According to the National Appeals Bureau, one of the biggest issues brought forth by petitioners is local government taking farmers’ land for development projects. This year, the number of petition letters increased by 50% and the number of petitioners increased by 47% over 2003 figures. From June to August of 2004, more than 19,000 people visited the Beijing Appeals office, a record high since China’s economic reform began in the late 1970s.
On October 4, 2004 at 3 am, the Yulin municipal government in Shanxi Province mobilized 1,600 police officers and surrounded the village of San Cha Wan. The police opened fire and wounded 50 farmers and arrested 30 people, 23 of them women. Yulin Mayor Wang Denji and Chief of Police Yang Yong led this operation.
This incident was the last in a series of events triggered by the Yulin municipal government’s March 2002 announcement, which stated that it would repossess 3,200 acres of woodland from farmers for the Yulin Economic Development Project. It promised to pay 500 yuan per acre as compensation to the farmers, but sold the land for more than 350,000 yuan per acre to development companies. Around 15,000 farmers in the seven affected villages protested this decision by sending petitions to Beijing. After many such petitions yielded no result, the 3,600 residents of San Cha Wan, who were affected the most since they lost 1,600 acres of land, decided to hold a sit-in on their land and resisted four attempts by the municipal government to take over the land. Each of these attempts involved hundreds of police, peaking at 3,000 police at one point, and a total of over 100 farmers were arrested. To date, the government has repossessed over 80% of the land and 40% of the woodland has been cleared for development.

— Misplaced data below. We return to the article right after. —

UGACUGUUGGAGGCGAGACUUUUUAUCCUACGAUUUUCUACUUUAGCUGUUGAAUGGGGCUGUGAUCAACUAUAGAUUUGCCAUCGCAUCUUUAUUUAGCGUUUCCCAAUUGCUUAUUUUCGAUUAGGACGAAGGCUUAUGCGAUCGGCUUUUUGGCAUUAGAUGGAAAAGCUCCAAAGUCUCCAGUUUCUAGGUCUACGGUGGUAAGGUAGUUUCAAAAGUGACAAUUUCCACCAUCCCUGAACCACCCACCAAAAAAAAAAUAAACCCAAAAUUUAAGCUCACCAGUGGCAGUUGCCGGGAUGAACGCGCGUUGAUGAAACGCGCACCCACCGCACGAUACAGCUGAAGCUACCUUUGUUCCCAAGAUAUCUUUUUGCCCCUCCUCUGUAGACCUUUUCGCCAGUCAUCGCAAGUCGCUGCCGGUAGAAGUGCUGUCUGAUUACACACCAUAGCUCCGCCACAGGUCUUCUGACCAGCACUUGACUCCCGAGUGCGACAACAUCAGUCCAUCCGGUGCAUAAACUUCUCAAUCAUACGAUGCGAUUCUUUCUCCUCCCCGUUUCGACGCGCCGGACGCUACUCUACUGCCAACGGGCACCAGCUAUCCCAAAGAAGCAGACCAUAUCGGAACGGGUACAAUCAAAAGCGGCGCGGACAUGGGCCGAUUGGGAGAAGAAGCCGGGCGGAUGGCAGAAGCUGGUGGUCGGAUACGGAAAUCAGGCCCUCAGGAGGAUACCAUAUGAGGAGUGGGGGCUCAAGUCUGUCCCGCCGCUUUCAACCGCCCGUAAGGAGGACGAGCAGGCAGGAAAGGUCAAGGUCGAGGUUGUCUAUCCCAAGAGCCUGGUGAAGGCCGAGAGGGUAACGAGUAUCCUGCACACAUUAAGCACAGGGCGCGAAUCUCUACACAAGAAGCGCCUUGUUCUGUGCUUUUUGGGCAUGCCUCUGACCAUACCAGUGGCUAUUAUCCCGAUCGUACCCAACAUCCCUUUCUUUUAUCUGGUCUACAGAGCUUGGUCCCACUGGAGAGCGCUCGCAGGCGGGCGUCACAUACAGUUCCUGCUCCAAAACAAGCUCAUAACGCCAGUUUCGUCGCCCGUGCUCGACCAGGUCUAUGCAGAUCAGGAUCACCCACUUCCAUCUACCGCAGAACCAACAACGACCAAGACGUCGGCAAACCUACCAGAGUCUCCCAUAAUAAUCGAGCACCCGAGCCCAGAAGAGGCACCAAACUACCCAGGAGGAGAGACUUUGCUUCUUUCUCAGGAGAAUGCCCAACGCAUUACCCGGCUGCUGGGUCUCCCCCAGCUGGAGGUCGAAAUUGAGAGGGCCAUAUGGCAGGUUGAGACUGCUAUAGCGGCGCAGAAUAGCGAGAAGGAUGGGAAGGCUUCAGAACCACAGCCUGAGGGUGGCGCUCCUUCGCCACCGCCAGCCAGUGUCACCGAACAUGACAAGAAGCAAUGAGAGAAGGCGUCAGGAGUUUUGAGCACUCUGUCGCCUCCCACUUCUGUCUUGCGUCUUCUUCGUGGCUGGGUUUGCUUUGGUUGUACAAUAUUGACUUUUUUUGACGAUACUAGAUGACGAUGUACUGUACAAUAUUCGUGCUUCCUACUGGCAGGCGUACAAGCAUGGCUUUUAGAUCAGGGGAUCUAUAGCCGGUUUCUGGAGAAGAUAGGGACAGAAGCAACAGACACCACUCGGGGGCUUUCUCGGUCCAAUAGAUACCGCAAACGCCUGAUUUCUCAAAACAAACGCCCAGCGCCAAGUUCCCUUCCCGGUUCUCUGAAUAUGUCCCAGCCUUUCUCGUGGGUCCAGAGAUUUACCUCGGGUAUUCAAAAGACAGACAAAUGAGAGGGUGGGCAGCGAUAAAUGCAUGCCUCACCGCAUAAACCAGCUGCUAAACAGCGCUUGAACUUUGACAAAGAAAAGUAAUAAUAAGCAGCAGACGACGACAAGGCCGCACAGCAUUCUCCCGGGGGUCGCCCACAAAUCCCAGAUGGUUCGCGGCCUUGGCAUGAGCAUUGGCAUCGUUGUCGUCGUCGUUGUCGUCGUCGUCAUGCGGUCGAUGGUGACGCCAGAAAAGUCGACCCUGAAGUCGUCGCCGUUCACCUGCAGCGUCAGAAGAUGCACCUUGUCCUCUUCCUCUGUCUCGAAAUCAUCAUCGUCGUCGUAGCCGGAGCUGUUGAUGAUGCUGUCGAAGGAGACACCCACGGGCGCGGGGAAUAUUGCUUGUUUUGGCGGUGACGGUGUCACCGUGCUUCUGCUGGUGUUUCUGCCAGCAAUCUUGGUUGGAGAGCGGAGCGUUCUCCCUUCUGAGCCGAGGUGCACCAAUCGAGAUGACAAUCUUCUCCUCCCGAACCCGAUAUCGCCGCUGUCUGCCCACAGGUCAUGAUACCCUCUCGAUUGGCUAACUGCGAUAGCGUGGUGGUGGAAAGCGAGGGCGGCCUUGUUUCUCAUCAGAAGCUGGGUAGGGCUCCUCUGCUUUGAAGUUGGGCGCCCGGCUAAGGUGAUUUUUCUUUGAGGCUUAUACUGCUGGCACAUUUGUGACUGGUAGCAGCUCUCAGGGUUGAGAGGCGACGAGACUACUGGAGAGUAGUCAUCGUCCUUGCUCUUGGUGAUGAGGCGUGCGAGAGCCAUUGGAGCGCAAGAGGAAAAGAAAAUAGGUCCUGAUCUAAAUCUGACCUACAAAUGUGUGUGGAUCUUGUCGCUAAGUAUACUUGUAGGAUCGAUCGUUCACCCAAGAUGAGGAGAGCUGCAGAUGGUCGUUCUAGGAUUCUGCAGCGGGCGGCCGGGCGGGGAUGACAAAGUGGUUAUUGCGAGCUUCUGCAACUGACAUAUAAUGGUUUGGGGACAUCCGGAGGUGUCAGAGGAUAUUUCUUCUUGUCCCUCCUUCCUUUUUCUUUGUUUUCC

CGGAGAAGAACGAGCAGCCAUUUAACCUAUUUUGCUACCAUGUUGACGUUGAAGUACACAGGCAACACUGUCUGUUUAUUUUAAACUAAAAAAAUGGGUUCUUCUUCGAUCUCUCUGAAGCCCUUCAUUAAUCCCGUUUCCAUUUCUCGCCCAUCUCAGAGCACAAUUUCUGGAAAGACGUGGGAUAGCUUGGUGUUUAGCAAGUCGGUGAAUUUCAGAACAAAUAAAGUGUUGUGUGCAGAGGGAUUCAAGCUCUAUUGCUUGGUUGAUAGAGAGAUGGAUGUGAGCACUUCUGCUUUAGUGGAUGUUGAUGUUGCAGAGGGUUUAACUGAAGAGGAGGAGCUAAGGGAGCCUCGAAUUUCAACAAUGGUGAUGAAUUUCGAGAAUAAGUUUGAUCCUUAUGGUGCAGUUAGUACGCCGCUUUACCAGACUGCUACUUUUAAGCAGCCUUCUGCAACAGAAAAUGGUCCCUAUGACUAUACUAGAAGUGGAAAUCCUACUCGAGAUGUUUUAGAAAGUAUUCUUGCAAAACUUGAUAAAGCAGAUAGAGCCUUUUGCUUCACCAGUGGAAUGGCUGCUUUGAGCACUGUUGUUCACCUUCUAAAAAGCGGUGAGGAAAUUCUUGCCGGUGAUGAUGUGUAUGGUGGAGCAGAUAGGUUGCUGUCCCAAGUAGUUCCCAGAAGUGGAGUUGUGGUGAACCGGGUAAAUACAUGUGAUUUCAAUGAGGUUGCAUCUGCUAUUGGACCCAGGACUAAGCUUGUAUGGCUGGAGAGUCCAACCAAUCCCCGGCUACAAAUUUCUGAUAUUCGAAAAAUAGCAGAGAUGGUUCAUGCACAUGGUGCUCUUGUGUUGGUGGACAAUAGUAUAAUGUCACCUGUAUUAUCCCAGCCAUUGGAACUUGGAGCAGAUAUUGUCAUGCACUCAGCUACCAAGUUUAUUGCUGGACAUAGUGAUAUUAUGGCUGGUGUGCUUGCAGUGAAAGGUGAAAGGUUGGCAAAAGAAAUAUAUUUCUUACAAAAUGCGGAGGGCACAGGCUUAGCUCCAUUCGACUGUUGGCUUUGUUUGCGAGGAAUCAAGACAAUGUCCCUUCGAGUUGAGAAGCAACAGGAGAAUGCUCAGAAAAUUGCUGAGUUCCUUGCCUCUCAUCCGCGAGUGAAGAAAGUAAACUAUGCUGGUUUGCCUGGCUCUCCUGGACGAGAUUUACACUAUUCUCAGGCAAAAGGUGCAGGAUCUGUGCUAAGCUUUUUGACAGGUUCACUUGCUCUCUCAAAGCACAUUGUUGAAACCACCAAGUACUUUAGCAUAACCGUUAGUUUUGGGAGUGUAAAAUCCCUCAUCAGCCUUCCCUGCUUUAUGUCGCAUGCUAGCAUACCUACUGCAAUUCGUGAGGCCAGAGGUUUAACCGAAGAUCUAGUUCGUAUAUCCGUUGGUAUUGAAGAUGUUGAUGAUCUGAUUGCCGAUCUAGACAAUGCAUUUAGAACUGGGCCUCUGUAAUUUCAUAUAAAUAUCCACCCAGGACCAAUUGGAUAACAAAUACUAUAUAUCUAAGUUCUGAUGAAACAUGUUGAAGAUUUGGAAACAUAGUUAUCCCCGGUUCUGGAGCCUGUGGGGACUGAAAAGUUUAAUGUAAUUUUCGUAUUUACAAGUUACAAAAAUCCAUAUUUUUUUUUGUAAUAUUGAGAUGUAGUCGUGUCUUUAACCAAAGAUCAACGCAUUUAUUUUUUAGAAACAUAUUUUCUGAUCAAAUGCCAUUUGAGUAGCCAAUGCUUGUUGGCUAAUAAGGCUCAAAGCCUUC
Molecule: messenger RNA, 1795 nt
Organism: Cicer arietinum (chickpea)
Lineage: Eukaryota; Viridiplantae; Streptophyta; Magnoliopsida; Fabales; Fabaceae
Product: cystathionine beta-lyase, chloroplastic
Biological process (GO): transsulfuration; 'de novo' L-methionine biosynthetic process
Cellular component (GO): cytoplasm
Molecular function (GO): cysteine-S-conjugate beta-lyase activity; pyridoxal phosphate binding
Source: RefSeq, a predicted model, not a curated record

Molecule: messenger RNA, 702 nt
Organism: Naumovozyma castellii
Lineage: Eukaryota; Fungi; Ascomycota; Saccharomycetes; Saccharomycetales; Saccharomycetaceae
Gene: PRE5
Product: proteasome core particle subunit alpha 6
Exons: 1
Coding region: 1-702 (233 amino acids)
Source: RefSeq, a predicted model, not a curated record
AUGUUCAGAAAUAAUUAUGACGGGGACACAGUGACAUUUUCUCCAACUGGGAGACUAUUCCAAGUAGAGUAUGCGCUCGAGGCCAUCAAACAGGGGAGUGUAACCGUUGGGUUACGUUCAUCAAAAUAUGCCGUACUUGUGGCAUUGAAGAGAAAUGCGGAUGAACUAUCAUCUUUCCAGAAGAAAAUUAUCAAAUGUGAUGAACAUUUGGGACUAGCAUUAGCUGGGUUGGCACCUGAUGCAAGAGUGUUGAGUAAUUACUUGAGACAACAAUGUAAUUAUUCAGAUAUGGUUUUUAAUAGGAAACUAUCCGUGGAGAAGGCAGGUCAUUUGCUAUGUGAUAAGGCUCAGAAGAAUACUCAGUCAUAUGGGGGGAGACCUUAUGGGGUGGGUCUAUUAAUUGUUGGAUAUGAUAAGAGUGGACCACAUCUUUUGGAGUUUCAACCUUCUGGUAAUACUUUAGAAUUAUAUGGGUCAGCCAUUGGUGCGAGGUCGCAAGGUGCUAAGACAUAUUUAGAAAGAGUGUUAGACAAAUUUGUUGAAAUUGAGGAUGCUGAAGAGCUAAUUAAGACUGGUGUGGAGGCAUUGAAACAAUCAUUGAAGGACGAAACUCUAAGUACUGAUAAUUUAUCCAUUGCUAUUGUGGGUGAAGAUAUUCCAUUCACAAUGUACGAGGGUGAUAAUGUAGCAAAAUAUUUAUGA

The municipal government believes that the land is government owned, based on an administrative decision made in 1951 by the People’s Liberation Army’s Northwest Political Commission. On the other hand, the farmers believe that the land belongs to the community because the village has a government-issued document, recognizing their ownership of the land since before 1949 and stating that the land still belonged to the village after the revolution. During the past 50 years, the villagers had put in vast resources and manpower to transform the desert into a wooded area, and are now refusing to turn these woodlands over to the municipal government.
After the incident on October 4, in an open letter to the Chairman of the Communist Party Hu Jintao, the people of San Cha Wan, as well as 15,000 farmers from the surrounding villages, requested the Central Committee of the Communist Party to investigate the ownership of the land and the use of force by the local authorities.
Based on a report from the Protecting Citizens’ Rights website: